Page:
Will My Period Tracking App Betray Me? Menstrual Surveillance in a Post-Roe World

Menstrual data and period tracking has already become a lucrative industry for apps. Selling private and personal reproductive health data to companies has created income many fertility apps.

The availability of this data already poses a unique threat to the lives of all people with uteruses, but in a world without Roe the risk of this data becoming a weapon for the anti-abortion movement. They have been known to use such data to influence decision making and reproductive choices. In order to keep this vital data out of their hands action needs to be taken to provide protection and safe alternatives for menstruators.

Women’s Rights and Democracy Are Inextricably Linked

Last fall, America was featured for the first time on a list of backsliding democracies. With inadequate progress in women’s participation in government, reproductive rights, and maternal mortality, this title may reflect recent attacks on gender equality. Amer­ica’s long­stand­ing and abysmal record on myriad gender equity mark­ers has been the true harbinger for our down­graded democracy status.

The Period Project: Menstrual Equity in Schools

In the last of our three-part series on menstrual equity, highlighting our Period Project research study and forthcoming Period Project Report Cards, we report on schooling and access to menstrual products.

Within the last five years, over a dozen states passed laws to require that menstrual products be made available free of charge in at least some schools—up from zero. State laws requiring access to menstrual products free of charge represent a crucial component of ending period poverty and achieving menstrual equity.  

The Period Project: The Fight for Menstrual Equity in Prisons

Although only 5 percent of the world’s female population lived in the United States, it accounts for nearly 30 percent of the world’s incarcerated women. Inadequate and inaccessible menstrual products remain a pervasive issue in the U.S. carceral system. Our research shows few states have taken action to address the issue and enforcement lags behind laws that mandate access to menstrual supplies.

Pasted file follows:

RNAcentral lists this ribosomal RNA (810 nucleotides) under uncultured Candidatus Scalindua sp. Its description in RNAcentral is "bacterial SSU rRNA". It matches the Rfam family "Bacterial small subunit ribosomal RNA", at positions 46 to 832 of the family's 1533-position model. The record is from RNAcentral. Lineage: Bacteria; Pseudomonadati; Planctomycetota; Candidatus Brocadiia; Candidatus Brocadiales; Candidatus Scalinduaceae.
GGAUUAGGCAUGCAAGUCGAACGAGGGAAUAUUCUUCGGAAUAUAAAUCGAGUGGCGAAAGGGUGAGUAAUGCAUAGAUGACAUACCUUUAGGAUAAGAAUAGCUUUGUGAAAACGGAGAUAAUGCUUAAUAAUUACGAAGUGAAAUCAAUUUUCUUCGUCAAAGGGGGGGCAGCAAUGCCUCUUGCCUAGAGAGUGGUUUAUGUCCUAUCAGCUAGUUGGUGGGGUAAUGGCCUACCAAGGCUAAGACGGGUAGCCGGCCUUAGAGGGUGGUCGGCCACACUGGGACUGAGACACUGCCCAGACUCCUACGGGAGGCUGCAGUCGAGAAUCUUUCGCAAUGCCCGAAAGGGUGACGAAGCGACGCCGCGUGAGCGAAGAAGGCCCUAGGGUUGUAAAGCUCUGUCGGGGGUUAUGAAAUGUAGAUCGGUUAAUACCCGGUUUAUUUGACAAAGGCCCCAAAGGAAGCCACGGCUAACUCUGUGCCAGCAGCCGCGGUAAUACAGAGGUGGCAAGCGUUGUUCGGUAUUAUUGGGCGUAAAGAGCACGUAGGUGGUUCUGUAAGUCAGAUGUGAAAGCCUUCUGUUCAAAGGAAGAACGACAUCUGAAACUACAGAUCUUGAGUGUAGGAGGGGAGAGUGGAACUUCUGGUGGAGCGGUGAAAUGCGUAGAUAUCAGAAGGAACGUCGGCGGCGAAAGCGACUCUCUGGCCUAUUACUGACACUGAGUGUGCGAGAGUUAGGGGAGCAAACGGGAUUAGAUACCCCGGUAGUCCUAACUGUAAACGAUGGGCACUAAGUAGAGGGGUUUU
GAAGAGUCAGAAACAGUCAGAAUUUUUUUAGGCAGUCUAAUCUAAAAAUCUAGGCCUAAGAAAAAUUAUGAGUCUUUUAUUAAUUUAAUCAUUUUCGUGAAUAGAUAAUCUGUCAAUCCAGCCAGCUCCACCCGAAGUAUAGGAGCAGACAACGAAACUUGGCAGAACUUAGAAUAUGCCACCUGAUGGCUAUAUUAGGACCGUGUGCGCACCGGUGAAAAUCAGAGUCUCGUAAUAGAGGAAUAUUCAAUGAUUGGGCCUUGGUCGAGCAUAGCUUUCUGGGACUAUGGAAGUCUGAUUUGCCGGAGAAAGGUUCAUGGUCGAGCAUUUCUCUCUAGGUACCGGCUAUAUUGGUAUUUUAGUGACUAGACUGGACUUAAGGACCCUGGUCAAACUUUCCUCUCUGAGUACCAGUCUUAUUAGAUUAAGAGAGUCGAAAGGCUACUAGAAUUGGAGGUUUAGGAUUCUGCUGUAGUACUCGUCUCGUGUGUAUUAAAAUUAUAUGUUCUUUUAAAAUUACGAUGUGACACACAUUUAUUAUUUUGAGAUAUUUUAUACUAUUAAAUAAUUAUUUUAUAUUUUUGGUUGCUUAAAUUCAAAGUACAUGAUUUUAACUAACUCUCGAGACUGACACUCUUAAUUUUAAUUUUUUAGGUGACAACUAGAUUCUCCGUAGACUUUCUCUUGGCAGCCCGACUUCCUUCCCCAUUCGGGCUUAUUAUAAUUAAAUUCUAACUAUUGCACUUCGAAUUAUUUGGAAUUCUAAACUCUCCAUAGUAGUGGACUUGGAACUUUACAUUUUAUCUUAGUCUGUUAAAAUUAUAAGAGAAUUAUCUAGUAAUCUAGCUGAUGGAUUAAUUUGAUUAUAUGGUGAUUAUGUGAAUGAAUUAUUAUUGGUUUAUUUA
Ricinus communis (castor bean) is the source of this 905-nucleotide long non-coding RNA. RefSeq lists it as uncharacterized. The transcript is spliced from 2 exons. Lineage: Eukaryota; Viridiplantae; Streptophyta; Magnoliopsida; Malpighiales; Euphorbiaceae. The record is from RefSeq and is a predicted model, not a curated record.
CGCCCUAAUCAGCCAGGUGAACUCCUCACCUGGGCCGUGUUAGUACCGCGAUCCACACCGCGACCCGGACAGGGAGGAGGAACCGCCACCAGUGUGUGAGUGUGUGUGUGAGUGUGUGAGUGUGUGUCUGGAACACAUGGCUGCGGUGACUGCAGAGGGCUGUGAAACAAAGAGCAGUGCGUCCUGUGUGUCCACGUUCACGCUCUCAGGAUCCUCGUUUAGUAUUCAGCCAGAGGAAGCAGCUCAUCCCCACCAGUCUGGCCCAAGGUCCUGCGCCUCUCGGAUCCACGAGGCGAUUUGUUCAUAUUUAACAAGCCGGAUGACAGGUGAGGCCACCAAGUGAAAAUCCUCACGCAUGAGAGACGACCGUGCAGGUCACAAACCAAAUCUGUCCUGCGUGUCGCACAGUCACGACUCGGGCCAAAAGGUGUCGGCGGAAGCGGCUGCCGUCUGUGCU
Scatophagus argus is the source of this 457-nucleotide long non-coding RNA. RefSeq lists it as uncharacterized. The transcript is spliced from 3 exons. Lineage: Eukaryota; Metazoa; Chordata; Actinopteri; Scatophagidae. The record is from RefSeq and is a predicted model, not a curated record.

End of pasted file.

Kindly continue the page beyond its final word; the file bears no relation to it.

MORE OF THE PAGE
(This is the second article in a three-part series on the Period Project, which examines the scope and consequences of period poverty and assesses state progress toward achieving menstrual equity through legislation.)

The Period Project: Period Poverty and the Fight for Menstrual Equity

Access to affordable menstrual products remains a persistent issue. That’s why we’re launching the Period Project—which uses original research to develop “Period Project Report Cards,” assigning each state and the District of Columbia a grade on an A–F scale to evaluate their progress toward menstrual equity.

(This article is the first in a three-part series introducing the Period Project, which examines the scope and consequences of period poverty and assesses state progress toward achieving menstrual equity through legislation.)

Online Abortion Provider Christie Pitney of Forward Midwifery: “Fast, Convenient Care”

As we await the fate of Roe v. Wade, Ms.’s “Online Abortion Provider” series will spotlight the wide range of new telemedicine abortion providers springing up across the country in response to the recent removal of longstanding FDA restrictions on the abortion pill mifepristone.

“Abortion and all sexual and reproductive healthcare is just healthcare,” said Christie Pitney, an advanced practice midwife with Forward Midwifery serving patients in California, Colorado, Oregon and Massachusetts. “It should be accessible without having to jump through all of these hoops.”

U.S. Backslide on Abortion Rights Is a Grave Danger to Democracy, Say Both Reproductive Rights Experts and Legal Analysts

Saturday, Jan. 22, marked Roe v. Wade’s 49th anniversary—and it very well may be its last. 

On Friday, Jan. 21, experts on democracy and elections from the Brennan Center and Ms. discussed the implications of the Texas abortion law S.B. 8 and the Dobbs v. Jackson Women’s Health Organization case that directly challenges the precedent of Roe.

Sponsored by Ms. and the Gender and Policy Center at George Mason University’s Schar School, the rousing discussion set the stage for how the U.S. got to this point, and outlined where we go from here.

Keeping Score: NYC’s First Women-Majority Council Takes Office; Only 55% of Non-Parents Want Kids Someday; D.C. Students Get Free Period Products

This week: Nebraskans face one of the most restrictive abortion bans in the nation; New York City’s first women-majority city council takes office; Ahmaud Arbery’s murderers sentenced to life in prison; D.C. Council approved free menstrual products in all schools; the gender gap in higher education widens; and more.

Michigan Lawmakers End the Tampon Tax: The Case for Bipartisan Period Legislation

Michigan has officially made menstrual products exempt from tax, joining several other states who have voided the tampon tax that disproportionately affects menstruators in many ways. What is unique to Michigan’s recent legislation is the bipartisan efforts made to have successful period legislation.

Michigan’s case is important and the bipartisan work can be seen as guidance for the future of the menstrual movement as challenges lay ahead.